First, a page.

In all honesty, this approach to life is far more difficult. The human brain is designed to sleepwalk into habits and routines and to tread the path of least resistance. Mindfulness needs to be developed, as well as gratitude — we’re conditioned to think we don’t have enough and need to seek out more — even though we most often already have everything that we need.

With the sheer pace of advancement in technology and the changing tides of the world at large, nothing comes close to being predictable anymore. It’s honestly a scary thought to think of the path we’re headed down if people continue to allow themselves to be easily swayed and dependent on entertainment. A serious and long pause needs to be taken. By everybody.

Thanks for Reading!

Afterwards

Wall of Skulls | Source

Death from a UX Standpoint

When I die, delete my browser history.
— Anonymous

As it stands, the large majority of the internet — and services that operated based on it — run under some contradictory principles. On one hand, everything you use is rather fragile —domains expire all the time, and we live in a world full of budding start-ups that could be bought or fail at any time. On the other, these companies operate as though they — and their users — are immortal.

This is pretty understandable. The largest demographic of the internet are younger people (ages 15–34), and these businesses have to clearly rely on their users being alive to gain activity and make money.

But as we enter the fourth decade of the internet’s lifespan, we have to seriously start looking into the long-term sustainability of our content and how others will be able to access it — if at all.

Démo Satosphère | Source

It’s almost impossible for us to actually know what will happen to our data a decade from now — much less a century or a millennium. No matter how many redundant back-ups we might have, our hard drives will inevitably fail or will become incompatible and obsolete. (Although there is speculation of a vast improvement.)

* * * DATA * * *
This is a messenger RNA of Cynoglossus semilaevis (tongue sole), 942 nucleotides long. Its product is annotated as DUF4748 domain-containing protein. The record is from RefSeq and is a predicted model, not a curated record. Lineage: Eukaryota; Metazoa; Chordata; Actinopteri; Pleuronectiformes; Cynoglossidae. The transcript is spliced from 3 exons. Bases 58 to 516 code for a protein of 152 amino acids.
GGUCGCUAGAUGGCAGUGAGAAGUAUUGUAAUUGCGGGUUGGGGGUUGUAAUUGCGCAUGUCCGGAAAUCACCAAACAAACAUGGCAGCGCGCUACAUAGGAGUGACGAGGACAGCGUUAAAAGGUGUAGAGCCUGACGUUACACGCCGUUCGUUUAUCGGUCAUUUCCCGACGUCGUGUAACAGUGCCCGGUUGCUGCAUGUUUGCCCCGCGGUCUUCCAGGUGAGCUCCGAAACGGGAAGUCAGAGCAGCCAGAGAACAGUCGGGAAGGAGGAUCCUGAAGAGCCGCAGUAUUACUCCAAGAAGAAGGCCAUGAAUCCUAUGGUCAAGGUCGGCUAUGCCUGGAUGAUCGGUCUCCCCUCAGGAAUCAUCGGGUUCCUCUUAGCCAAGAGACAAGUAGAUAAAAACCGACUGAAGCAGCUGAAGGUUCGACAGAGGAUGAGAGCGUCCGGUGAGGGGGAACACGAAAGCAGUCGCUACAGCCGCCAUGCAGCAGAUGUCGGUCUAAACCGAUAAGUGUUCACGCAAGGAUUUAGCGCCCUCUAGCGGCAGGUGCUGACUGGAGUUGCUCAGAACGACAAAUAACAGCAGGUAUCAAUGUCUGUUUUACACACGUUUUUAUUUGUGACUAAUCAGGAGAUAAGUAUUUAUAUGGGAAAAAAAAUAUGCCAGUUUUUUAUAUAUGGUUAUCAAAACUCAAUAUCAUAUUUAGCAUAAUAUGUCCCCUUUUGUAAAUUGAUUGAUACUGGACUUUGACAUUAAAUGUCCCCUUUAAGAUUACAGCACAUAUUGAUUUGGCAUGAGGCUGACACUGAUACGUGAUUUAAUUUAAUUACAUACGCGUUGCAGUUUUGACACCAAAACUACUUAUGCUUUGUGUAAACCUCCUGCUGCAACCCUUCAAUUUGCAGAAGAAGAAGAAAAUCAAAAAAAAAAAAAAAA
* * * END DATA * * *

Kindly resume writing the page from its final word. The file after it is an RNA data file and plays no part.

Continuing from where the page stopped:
Cloud-driven data is even less immune to the battle of time. Sure, I can use Google Drive, iCloud or Dropbox and any would be far more secure and durable than a lot of newer companies, but all that data will still be essentially lost if I don’t take the uncomfortable burden of telling my family or friends my passwords.

And that‘s most troubling problem, here. Very few companies enable any sort of ‘legacy mode’ for their users. Facebook does, but only out of essentiality. Penzu does as well, but only in their older version.

We’ve reached the point in time where we need a digital shoebox of memories as much as we need a real one. We need a way to be able to pass down our photos and videos effortlessly from generation to generation. To build time capsules that are permanent and can be accessed at any time.

On the other side of the coin, will it be possible for our secrets to be securely wiped? Could our wearables detect when our pulse stops, implementing a protocol to actually delete files wirelessly?

It is impossible to do anything except speculate about what the future might bring. The entire paradigm of the internet is changing more abruptly than ever with advances in artificial intelligence and virtual reality. Can we create continual, passive algorithm that are able to keep our documents in spite of our disruptive advances? I can’t say for sure.